Parents know that digital resources offer learning benefits, but they are skeptical about the products' educational claims.
A new learning ratings initiative will evaluate the learning potential of websites, video games, and mobile apps and will offer ratings and reviews to give parents, teachers, and students a guide to find resources to extend learning time, make learning fun, and build 21st-century skills.
Launched by Common Sense Media and social investment foundation SCE, the learning ratings are based on comprehensive research and a rigorous evaluation framework. The framework was developed after conducting interviews with academic experts, a literature review of key 21st-century learning skills, and research with national samples of parents and teachers, who voiced a real need for learning ratings like these.
Learning ratings and reviews are available now for more than 150 mobile apps, games, and websites, with more than 800 expected by the end of 2012. New digital media products now will be reviewed for learning potential as they enter the market, while earlier digital media reviews will be updated on an ongoing basis. In addition, Common Sense Media’s editors will be compiling special recommendation lists by age and subject or skill to help parents identify the products that best meet their kids’ and teens’ learning needs.
“As the digital world explodes, parents need help sorting the truly educational content from the content that’s slapped with an ‘educational’ label by marketers,” said James Steyer, CEO and founder of Common Sense Media. “Common Sense Media is uniquely positioned to provide this new level of guidance and expertise for parents, educators, and young people across the country.”
The learning ratings initiative builds on Common Sense Media’s media ratings and education programs — through commonsense.org and content partners, Common Sense Media already offers ratings on more than 16,500 titles and offers education resources to more than 26,000 schools in all 50 states and 67 countries.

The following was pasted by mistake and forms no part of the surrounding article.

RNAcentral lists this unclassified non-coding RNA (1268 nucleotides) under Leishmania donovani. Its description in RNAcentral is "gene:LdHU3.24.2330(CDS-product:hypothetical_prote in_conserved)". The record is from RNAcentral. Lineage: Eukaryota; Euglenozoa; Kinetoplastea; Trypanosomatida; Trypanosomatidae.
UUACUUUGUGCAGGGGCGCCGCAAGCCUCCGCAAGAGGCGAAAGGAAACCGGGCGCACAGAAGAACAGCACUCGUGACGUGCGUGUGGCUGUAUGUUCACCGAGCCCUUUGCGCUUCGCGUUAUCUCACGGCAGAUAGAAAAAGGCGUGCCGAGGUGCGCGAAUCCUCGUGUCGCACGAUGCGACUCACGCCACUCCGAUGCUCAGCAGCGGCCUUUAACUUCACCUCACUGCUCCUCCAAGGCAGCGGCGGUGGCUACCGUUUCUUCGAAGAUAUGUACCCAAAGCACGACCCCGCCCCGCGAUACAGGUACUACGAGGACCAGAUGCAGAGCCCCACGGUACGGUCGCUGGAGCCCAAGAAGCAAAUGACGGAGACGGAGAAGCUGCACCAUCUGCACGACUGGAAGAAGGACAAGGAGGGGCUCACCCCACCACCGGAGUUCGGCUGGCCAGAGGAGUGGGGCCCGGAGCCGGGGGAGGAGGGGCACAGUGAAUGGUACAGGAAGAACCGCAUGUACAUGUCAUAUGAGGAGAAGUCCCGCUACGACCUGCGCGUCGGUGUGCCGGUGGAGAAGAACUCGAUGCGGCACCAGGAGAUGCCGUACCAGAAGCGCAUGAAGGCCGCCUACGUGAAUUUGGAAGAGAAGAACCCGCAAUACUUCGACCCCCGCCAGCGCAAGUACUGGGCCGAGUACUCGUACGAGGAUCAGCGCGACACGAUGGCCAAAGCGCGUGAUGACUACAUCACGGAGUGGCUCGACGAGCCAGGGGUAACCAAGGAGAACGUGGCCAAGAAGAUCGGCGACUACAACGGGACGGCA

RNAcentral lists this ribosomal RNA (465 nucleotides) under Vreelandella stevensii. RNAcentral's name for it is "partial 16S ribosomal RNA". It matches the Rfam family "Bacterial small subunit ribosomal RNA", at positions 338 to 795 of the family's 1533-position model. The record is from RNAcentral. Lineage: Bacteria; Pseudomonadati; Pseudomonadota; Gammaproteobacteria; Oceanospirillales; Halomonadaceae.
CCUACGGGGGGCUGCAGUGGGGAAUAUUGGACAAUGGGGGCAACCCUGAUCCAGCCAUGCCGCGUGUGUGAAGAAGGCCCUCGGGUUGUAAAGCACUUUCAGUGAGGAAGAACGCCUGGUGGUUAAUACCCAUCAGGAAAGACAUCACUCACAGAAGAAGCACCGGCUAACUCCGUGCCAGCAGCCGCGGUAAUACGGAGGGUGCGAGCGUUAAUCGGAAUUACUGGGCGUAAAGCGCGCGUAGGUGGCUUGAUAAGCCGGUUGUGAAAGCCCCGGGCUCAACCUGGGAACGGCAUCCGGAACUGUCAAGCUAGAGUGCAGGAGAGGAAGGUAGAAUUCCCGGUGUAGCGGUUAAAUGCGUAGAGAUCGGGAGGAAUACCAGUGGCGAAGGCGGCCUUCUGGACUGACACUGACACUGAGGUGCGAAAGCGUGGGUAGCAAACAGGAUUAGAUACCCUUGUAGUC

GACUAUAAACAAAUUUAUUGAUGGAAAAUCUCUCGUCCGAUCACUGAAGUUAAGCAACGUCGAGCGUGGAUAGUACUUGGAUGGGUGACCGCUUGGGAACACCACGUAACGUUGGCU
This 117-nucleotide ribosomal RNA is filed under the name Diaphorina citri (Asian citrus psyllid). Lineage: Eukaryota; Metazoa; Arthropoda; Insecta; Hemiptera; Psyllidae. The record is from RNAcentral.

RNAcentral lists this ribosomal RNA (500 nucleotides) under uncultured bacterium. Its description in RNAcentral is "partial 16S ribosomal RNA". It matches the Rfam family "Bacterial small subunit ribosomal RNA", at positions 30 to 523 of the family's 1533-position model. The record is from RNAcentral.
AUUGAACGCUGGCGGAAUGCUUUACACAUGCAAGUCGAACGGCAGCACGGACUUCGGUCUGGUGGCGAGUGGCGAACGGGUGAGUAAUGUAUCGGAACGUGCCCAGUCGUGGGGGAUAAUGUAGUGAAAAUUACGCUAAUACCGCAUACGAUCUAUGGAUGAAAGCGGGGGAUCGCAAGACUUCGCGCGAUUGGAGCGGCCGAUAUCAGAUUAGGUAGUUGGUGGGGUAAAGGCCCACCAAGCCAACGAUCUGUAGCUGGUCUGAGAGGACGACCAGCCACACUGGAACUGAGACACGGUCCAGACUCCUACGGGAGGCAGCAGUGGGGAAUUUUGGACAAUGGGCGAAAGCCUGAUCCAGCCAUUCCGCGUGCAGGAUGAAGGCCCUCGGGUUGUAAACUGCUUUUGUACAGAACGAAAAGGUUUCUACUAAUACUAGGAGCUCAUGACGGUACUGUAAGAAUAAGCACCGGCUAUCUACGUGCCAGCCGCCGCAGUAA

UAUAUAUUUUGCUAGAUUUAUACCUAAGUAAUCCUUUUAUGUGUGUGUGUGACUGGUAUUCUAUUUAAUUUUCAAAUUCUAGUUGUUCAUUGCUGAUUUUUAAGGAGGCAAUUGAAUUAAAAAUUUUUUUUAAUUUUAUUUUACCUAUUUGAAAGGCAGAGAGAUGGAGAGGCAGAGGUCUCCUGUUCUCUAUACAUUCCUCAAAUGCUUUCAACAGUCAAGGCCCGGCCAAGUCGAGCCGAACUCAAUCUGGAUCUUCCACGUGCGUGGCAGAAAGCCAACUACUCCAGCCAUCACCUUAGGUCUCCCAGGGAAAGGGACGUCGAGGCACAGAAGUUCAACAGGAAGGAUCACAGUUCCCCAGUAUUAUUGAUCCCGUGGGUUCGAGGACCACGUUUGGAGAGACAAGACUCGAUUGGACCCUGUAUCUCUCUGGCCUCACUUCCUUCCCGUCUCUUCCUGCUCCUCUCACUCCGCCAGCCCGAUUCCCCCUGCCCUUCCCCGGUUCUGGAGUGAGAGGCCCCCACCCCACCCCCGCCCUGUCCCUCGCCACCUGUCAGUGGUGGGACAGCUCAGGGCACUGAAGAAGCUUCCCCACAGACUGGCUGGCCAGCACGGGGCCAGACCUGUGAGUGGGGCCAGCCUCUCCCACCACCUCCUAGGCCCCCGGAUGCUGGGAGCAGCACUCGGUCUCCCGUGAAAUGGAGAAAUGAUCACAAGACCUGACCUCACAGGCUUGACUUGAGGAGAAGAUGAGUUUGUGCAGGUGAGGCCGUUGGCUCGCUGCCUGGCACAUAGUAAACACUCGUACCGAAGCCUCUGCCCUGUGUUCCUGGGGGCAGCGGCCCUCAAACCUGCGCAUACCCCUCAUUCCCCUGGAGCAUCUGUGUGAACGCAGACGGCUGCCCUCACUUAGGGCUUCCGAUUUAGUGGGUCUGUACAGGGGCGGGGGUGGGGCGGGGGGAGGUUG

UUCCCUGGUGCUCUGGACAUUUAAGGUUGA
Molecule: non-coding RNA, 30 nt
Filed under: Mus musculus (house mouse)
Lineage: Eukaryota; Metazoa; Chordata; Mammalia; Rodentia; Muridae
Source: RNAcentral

A 2011 poll from Common Sense Media found that while many parents recognize that digital media can provide learning benefits, they are skeptical about the products’ educational claims. Common Sense Media’s learning ratings aim to address that problem by clearly communicating the learning potential of a website, game, or app, along with offering suggestions on how to get the most out of the user experience.
Reviewers analyze digital media products for core academic content like reading, math, and science, as well as deeper learning and social skills such as critical thinking, creativity, and collaboration. They also assess each product’s overall learning potential, looking both at how engaging it is and how it’s designed to support learning.
Visitors to commonsense.org and users of the Common Sense Media app now will see a new rating for learning at the top of each mobile app, video game, and website review. These icons appear in addition to Common Sense’s standard rating for age appropriateness and quality.
Under the tab “Learning Potential,” users see summary reviews of what kids can learn, what the product is about, how kids can learn, and how parents can help. Along with the summaries, a section called “Subjects and Skills” lays out both the core subjects and the 21st-century skills that the product addresses. The entire review culminates in an overall learning rating, ranging from “Not Meant for Learning” to “Best for Learning.” Common Sense will rate and review both products that were intentionally designed to be educational as well as conventional entertainment media.
“Kids love digital media, and they’re spending more and more time with it. But many parents aren’t sure how to help their kids use these tools to their full advantage,” said Susan Crown, founder and chairman of SCE. “Common Sense’s learning ratings will revolutionize how families and schools select digital media products. But we hope that this system will also motivate those in the entertainment industry to create even more high-quality learning media in the coming years, elevating the way we think about the learning potential of media and technology.”